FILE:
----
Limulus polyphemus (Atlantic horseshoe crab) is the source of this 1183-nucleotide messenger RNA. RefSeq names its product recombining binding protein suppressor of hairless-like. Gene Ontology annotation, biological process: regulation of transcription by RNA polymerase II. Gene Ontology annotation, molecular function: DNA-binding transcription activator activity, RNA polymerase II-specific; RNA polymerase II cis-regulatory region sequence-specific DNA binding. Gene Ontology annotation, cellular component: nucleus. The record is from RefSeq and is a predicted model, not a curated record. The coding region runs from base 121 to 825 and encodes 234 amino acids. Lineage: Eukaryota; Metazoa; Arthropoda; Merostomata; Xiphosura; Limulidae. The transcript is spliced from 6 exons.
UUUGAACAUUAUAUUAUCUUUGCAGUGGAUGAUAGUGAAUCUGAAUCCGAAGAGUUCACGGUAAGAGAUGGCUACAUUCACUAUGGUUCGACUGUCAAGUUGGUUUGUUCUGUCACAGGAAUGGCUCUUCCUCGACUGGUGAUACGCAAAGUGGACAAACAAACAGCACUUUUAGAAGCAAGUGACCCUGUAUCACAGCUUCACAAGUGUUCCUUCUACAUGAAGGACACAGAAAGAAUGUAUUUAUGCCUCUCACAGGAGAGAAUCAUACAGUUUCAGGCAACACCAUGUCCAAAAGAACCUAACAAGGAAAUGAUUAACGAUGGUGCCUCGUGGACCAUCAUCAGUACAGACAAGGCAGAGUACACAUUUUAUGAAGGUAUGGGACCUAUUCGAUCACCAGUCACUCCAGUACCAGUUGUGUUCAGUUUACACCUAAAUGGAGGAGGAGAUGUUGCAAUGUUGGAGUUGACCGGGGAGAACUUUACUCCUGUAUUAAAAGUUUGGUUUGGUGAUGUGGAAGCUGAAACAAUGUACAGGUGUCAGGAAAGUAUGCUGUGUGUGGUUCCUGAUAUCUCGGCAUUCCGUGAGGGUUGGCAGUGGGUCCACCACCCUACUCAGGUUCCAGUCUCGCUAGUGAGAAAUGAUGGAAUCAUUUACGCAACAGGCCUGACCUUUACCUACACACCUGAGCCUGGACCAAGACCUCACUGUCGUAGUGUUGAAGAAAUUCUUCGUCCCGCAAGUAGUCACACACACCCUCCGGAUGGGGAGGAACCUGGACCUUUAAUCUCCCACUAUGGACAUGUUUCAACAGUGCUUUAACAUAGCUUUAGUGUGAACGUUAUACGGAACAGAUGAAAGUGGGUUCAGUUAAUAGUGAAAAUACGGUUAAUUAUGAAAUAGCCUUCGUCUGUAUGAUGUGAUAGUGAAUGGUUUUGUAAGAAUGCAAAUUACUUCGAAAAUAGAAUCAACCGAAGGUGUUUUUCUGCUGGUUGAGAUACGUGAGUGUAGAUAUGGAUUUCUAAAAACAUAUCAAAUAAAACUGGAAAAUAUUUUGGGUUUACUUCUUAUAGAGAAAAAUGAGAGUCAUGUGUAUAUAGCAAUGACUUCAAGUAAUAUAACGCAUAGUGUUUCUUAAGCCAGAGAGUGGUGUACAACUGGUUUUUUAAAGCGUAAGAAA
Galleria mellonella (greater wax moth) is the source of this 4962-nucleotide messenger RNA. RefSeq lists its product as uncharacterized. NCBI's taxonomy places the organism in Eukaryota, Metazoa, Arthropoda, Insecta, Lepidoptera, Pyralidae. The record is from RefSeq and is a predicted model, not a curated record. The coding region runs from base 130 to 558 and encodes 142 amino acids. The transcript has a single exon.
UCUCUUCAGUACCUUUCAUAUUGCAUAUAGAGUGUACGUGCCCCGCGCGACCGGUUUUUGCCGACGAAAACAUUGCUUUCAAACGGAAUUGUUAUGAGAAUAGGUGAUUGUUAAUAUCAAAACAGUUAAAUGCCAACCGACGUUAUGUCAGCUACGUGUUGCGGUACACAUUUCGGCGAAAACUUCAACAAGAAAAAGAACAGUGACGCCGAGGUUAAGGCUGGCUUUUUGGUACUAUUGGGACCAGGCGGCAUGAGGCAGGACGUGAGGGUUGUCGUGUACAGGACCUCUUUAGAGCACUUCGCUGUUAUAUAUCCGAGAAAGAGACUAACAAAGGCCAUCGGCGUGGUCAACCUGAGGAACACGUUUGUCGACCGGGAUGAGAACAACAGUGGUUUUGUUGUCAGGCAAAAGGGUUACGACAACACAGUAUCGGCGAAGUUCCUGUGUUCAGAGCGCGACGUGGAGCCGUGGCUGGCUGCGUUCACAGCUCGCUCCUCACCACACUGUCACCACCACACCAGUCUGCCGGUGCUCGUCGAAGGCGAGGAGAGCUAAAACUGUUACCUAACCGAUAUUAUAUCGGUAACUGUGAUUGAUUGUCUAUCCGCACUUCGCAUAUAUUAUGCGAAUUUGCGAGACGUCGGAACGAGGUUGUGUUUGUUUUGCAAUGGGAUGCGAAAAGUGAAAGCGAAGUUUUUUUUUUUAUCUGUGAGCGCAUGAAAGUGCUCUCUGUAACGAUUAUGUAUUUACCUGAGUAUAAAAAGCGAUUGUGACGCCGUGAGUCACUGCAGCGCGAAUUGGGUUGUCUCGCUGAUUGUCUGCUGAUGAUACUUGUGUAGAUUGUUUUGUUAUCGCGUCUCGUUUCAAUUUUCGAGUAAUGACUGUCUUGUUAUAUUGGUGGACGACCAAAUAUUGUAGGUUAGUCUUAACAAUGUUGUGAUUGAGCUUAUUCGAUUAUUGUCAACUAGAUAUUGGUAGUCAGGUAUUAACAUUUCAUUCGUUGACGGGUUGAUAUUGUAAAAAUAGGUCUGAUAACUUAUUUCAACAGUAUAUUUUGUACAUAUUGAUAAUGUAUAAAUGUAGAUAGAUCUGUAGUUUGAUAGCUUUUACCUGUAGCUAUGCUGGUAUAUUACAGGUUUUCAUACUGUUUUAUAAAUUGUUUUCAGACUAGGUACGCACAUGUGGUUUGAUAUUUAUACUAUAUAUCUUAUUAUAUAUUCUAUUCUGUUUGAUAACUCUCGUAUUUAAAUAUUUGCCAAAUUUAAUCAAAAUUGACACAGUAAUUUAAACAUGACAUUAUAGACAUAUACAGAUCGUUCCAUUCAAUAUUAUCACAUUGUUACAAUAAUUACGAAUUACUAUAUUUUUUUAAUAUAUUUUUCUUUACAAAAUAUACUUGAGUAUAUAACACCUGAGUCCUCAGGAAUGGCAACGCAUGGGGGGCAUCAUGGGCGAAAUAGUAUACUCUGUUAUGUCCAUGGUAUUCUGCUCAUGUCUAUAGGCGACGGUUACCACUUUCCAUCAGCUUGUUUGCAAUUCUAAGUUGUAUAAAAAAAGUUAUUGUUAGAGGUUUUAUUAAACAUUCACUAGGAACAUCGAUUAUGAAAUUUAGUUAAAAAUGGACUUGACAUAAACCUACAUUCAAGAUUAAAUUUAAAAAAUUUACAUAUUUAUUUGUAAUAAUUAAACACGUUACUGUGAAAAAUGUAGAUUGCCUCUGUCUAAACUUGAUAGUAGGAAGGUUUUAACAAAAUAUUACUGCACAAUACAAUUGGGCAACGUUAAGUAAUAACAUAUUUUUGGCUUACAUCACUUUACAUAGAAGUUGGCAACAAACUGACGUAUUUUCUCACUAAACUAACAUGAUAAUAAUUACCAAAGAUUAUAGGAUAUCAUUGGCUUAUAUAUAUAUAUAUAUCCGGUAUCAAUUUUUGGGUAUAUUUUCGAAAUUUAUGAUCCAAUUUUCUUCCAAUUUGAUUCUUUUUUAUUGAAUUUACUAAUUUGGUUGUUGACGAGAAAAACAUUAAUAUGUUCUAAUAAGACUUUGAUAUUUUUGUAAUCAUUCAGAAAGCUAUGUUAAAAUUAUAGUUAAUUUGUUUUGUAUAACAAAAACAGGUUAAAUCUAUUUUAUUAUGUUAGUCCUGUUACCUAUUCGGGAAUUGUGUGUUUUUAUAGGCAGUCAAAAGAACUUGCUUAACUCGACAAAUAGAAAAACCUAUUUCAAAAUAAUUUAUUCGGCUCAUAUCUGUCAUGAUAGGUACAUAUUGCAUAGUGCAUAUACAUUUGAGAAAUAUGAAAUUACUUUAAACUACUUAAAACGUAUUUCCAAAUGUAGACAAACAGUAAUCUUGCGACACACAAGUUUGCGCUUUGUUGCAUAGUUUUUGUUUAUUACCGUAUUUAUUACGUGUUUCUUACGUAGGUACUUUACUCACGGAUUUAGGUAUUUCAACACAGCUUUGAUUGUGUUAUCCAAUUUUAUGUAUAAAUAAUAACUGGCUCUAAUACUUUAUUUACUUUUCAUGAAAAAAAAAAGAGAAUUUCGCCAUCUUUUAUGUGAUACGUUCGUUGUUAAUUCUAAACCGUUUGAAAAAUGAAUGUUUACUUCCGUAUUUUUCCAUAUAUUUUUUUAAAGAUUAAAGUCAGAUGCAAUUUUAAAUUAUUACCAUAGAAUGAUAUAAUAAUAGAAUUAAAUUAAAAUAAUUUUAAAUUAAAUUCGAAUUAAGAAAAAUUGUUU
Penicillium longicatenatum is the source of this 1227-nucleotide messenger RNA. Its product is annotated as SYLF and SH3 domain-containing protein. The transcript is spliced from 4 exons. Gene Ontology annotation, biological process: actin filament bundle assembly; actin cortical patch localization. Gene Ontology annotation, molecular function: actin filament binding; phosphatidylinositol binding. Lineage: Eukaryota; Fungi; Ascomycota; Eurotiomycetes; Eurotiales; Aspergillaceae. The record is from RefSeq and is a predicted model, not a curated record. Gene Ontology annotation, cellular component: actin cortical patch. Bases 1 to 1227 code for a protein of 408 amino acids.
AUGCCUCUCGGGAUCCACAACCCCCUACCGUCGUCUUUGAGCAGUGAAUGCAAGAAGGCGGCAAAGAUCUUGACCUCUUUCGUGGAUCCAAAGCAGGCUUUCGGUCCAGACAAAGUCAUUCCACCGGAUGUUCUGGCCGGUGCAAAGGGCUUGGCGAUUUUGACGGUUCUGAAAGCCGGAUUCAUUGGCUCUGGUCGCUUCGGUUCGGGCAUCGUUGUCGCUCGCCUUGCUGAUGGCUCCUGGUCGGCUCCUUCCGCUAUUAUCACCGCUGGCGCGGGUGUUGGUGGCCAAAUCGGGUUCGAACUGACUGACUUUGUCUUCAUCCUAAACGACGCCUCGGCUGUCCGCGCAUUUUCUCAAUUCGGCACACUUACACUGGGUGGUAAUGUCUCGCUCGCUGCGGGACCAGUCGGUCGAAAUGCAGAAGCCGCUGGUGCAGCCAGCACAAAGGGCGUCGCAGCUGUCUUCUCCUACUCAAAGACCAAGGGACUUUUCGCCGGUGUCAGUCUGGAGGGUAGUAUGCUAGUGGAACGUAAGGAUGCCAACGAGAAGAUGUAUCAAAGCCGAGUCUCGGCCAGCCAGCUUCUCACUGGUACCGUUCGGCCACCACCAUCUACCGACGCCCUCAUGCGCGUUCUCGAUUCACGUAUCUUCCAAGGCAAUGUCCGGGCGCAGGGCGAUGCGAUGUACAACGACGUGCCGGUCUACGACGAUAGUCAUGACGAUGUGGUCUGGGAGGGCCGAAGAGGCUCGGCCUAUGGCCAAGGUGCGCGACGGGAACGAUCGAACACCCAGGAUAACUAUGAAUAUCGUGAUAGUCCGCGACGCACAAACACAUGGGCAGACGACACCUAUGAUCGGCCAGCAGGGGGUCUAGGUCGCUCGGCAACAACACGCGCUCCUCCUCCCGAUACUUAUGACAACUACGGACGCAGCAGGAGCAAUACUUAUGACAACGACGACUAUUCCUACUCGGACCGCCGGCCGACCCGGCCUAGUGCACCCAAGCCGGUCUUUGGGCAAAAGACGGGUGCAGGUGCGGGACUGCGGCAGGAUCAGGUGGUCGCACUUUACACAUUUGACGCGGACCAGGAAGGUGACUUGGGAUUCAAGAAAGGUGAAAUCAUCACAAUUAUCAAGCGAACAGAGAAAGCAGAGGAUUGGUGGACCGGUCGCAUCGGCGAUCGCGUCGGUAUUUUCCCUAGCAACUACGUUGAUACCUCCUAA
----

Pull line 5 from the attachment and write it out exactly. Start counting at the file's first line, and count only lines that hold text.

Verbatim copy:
Penicillium longicatenatum is the source of this 1227-nucleotide messenger RNA. Its product is annotated as SYLF and SH3 domain-containing protein. The transcript is spliced from 4 exons. Gene Ontology annotation, biological process: actin filament bundle assembly; actin cortical patch localization. Gene Ontology annotation, molecular function: actin filament binding; phosphatidylinositol binding. Lineage: Eukaryota; Fungi; Ascomycota; Eurotiomycetes; Eurotiales; Aspergillaceae. The record is from RefSeq and is a predicted model, not a curated record. Gene Ontology annotation, cellular component: actin cortical patch. Bases 1 to 1227 code for a protein of 408 amino acids.